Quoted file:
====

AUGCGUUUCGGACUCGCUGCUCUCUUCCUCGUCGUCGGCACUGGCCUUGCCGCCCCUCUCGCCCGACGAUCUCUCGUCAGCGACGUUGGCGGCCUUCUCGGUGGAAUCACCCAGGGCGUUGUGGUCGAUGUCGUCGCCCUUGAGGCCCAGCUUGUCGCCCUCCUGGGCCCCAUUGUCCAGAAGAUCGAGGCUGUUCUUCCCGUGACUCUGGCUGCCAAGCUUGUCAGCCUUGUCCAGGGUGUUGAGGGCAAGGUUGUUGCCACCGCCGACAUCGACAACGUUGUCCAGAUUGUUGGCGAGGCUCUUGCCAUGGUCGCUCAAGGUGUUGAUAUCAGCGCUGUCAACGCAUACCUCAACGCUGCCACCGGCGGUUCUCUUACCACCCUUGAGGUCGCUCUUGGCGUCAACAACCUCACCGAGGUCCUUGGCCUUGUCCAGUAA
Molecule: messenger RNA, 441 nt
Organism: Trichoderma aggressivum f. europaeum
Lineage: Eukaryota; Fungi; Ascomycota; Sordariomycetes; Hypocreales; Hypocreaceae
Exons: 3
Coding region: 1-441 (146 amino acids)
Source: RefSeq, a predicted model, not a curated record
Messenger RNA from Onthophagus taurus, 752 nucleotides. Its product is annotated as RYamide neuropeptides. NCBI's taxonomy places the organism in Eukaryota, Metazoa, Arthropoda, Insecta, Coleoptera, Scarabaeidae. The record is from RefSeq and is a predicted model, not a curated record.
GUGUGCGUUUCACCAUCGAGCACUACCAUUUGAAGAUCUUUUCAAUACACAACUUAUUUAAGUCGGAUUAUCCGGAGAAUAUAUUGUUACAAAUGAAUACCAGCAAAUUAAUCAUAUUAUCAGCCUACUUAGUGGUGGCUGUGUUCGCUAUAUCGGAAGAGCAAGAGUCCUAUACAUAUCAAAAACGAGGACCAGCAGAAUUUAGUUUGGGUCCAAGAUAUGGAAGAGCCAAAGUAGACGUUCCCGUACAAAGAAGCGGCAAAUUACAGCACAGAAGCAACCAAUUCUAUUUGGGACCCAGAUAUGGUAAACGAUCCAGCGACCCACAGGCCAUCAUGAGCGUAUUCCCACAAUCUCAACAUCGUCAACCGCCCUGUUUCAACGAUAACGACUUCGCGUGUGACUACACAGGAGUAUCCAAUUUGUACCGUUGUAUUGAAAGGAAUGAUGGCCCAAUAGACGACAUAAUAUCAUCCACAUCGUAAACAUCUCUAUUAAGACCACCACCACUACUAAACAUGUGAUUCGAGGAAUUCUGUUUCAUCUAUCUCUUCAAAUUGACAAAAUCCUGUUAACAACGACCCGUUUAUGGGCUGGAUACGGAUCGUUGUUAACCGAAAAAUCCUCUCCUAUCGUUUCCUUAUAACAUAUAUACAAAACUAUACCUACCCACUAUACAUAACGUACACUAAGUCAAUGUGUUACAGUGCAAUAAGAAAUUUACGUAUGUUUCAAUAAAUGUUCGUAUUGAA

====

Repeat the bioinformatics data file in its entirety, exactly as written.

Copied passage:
AUGCGUUUCGGACUCGCUGCUCUCUUCCUCGUCGUCGGCACUGGCCUUGCCGCCCCUCUCGCCCGACGAUCUCUCGUCAGCGACGUUGGCGGCCUUCUCGGUGGAAUCACCCAGGGCGUUGUGGUCGAUGUCGUCGCCCUUGAGGCCCAGCUUGUCGCCCUCCUGGGCCCCAUUGUCCAGAAGAUCGAGGCUGUUCUUCCCGUGACUCUGGCUGCCAAGCUUGUCAGCCUUGUCCAGGGUGUUGAGGGCAAGGUUGUUGCCACCGCCGACAUCGACAACGUUGUCCAGAUUGUUGGCGAGGCUCUUGCCAUGGUCGCUCAAGGUGUUGAUAUCAGCGCUGUCAACGCAUACCUCAACGCUGCCACCGGCGGUUCUCUUACCACCCUUGAGGUCGCUCUUGGCGUCAACAACCUCACCGAGGUCCUUGGCCUUGUCCAGUAA
Molecule: messenger RNA, 441 nt
Organism: Trichoderma aggressivum f. europaeum
Lineage: Eukaryota; Fungi; Ascomycota; Sordariomycetes; Hypocreales; Hypocreaceae
Exons: 3
Coding region: 1-441 (146 amino acids)
Source: RefSeq, a predicted model, not a curated record
Messenger RNA from Onthophagus taurus, 752 nucleotides. Its product is annotated as RYamide neuropeptides. NCBI's taxonomy places the organism in Eukaryota, Metazoa, Arthropoda, Insecta, Coleoptera, Scarabaeidae. The record is from RefSeq and is a predicted model, not a curated record.
GUGUGCGUUUCACCAUCGAGCACUACCAUUUGAAGAUCUUUUCAAUACACAACUUAUUUAAGUCGGAUUAUCCGGAGAAUAUAUUGUUACAAAUGAAUACCAGCAAAUUAAUCAUAUUAUCAGCCUACUUAGUGGUGGCUGUGUUCGCUAUAUCGGAAGAGCAAGAGUCCUAUACAUAUCAAAAACGAGGACCAGCAGAAUUUAGUUUGGGUCCAAGAUAUGGAAGAGCCAAAGUAGACGUUCCCGUACAAAGAAGCGGCAAAUUACAGCACAGAAGCAACCAAUUCUAUUUGGGACCCAGAUAUGGUAAACGAUCCAGCGACCCACAGGCCAUCAUGAGCGUAUUCCCACAAUCUCAACAUCGUCAACCGCCCUGUUUCAACGAUAACGACUUCGCGUGUGACUACACAGGAGUAUCCAAUUUGUACCGUUGUAUUGAAAGGAAUGAUGGCCCAAUAGACGACAUAAUAUCAUCCACAUCGUAAACAUCUCUAUUAAGACCACCACCACUACUAAACAUGUGAUUCGAGGAAUUCUGUUUCAUCUAUCUCUUCAAAUUGACAAAAUCCUGUUAACAACGACCCGUUUAUGGGCUGGAUACGGAUCGUUGUUAACCGAAAAAUCCUCUCCUAUCGUUUCCUUAUAACAUAUAUACAAAACUAUACCUACCCACUAUACAUAACGUACACUAAGUCAAUGUGUUACAGUGCAAUAAGAAAUUUACGUAUGUUUCAAUAAAUGUUCGUAUUGAA